What men call the “Friend Zone” is very often the Danger Zone for women
I was asked by the Imago gals to respond to the Elliot Roger shooting that occurred in Santa Barbara in May. Not long ago an attempted “copycat” massacre was prevented at the University of Washington. A young man emulating Roger said he would “do the right thing this time” and “only kill women.”
As I read about Roger’s manifesto, with a naive sense of utter disbelief, I found myself recalling certain memories. These memories were of all the times I had been threatened with violence for refusing to engage in sexual activity with a man (or boy as the case may be). I never shared these incidents with anyone and I think there are a lot of complex reasons for that. I think one of the main reasons, however, is that because I survived these incidents generally unscathed that I had no right to “complain.” This makes me stop and think, “Wow. How did society get me to qualify myself as a complainer for disliking threats on my life?”
- First incident. Grade 9. Two boys from class followed my friend and I as we walked home from school. The boys wanted to come in to my friend’s house. Both of our mothers had expressly forbidden this so I said no. One of the boys then suggested I go to the park with him and give him a blowjob. When I said no, he said, “Then why the fuck did I walk all the way here?” and pushed me into the street, into oncoming traffic. I was startled by his aggression. A car honked and skinned me. The driver was probably judging me as a stupid girl flouncing about in the street. My friend yelled at the boys as I stood there in shock. The next day in gym class I overheard the boy who had pushed me say, “I can’t believe I almost dated her.”
- Second incident. Grade 11. A house party commemorating senior graduation. I had to beg and plead with my parents to be allowed to attend. They were so upset and I didn’t get it at all. What did they think would happen? I spent most of the night sitting on a couch with one of my best guy friends. He drank quite a bit. I didn’t drink at all. He started to get closer and closer to me. At one point he started to whisper in my ear.
“Aren’t you tired of being friends?”
“We’ve done this long enough”
“I know you want it.”
“I’ve seen the way you are with other guys.”
“Come on. I’ve always respected you.”
I can’t explain my reaction. Why I was just frozen there. I felt as though this couldn’t be the mild-mannered friend I had known all year. I wondered if it was the alcohol. I had never been drunk. Maybe this is what happens?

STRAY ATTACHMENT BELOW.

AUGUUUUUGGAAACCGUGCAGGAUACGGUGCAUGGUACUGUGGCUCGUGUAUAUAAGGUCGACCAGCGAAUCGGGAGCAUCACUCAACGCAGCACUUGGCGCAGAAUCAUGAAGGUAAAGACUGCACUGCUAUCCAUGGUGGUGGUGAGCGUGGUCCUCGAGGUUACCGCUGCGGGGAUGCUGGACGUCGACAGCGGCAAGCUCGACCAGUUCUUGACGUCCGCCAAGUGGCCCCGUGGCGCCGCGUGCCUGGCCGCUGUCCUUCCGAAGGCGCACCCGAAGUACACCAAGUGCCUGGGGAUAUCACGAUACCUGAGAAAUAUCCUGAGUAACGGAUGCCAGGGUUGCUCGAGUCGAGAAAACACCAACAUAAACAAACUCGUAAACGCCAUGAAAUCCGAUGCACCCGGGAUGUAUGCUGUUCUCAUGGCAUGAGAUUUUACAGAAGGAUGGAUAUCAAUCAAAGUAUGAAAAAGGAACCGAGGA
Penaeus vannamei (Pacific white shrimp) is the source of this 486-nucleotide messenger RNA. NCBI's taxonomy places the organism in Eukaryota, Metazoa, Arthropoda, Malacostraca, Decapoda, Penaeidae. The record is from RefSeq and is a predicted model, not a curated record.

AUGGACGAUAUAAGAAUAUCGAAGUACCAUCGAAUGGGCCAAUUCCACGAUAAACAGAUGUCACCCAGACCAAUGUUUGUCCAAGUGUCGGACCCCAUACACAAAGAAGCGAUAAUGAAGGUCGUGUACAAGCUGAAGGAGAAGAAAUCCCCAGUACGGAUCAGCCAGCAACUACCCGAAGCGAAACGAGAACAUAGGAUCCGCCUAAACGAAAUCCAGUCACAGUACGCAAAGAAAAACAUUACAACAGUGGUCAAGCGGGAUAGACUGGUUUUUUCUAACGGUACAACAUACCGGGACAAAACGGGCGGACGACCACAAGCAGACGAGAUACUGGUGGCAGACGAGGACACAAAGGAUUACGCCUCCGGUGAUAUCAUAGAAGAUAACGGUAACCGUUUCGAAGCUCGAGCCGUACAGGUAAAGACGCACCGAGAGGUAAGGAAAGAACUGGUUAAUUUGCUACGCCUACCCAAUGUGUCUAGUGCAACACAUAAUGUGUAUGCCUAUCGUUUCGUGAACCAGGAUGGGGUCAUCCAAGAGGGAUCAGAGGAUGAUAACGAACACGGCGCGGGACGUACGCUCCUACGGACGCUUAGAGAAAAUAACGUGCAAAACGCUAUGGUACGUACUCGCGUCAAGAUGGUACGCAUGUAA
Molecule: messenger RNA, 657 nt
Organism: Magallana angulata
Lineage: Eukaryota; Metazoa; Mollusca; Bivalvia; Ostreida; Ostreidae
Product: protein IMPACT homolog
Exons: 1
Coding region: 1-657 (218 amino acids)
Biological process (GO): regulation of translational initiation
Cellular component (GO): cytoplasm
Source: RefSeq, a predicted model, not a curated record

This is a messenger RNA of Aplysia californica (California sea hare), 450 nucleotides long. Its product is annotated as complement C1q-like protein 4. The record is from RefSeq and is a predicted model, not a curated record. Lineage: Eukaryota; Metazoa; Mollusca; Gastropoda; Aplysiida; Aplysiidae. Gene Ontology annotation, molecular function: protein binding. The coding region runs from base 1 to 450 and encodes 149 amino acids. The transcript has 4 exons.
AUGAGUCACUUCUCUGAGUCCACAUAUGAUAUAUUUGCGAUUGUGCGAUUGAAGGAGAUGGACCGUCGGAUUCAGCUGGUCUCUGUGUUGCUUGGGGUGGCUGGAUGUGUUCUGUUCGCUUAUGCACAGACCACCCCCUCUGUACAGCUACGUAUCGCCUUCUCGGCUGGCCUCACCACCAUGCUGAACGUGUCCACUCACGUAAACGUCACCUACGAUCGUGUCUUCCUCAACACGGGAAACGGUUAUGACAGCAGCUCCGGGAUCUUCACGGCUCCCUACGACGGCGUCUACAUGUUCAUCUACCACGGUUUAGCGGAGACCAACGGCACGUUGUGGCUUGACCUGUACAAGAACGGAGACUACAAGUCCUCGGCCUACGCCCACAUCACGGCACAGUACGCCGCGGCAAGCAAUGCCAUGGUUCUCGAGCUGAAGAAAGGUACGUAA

His hand travelled up my skirt and his drink spilled on my lap. I jumped up and went to the bathroom with a girlfriend. I don’t think she realized what was going on, because she let him into the bathroom as she scrubbed my skirt. He pushed me hard onto the bathtub and said he’d been trying to be nice but if that wasn’t going to work he could be mean. I started to yell at him, but most of all I was crying because I really thought this person was my friend. My girlfriend’s dad had to come pick us up because I was so terrified of facing my own parents. Terrified even though I had done nothing wrong. Prom was a week later and I heard he took a classmate’s virginity in their limousine. I remember thinking, “Oh good. At least he got what he wanted.” I think back to that thought process and shudder. Why was that my first thought? Why did I feel guilty about not satisfying him? Why didn’t I wonder if that girl had been coerced or hurt? Back then I assumed that I was the prude, that there was something wrong with me.
- Third incident. College. I went on one date with this really funny guy. When I rejected his physical advances, he started to cry and said I was just like every girl in his high school who had sex with everyone except him. I told him I was a virgin and that I wasn’t having sex with anyone. He called me a “lying c*nt* and said I’d learn my lesson. These were the days of MSN chat and for weeks afterwards a random user was sending me threats for being a “c*ck tease.” I was sure it was him but I didn’t think I should, or could, complain to anyone about it.
I know this was a very long-winded and perhaps overly-personal response to a terrible tragedy. I wish it was an extensive list of the times men have been aggressive toward me, but it isn’t. What I realized in recalling these incidents, and why I think they came to mind in relation to the Elliot Roger case, is how normal I believed threats of violence to be if I didn’t acquiesce to what men wanted. I had a very complicated relationship to my virginity as a young woman. I thought I needed to hold on to it because I’d be worthless without it. However, I also believed I was torturing men by being a virgin and I understood and apologized when they became frustrated with me. I made excuses for the males in these situations over and over again. I should have made it clear I wasn’t offering sexual favors in exchange for the walk home. He was really drunk. I should have declared my Virgin Status on the first date.
No more apologies. No more excuses. #YesAllWomen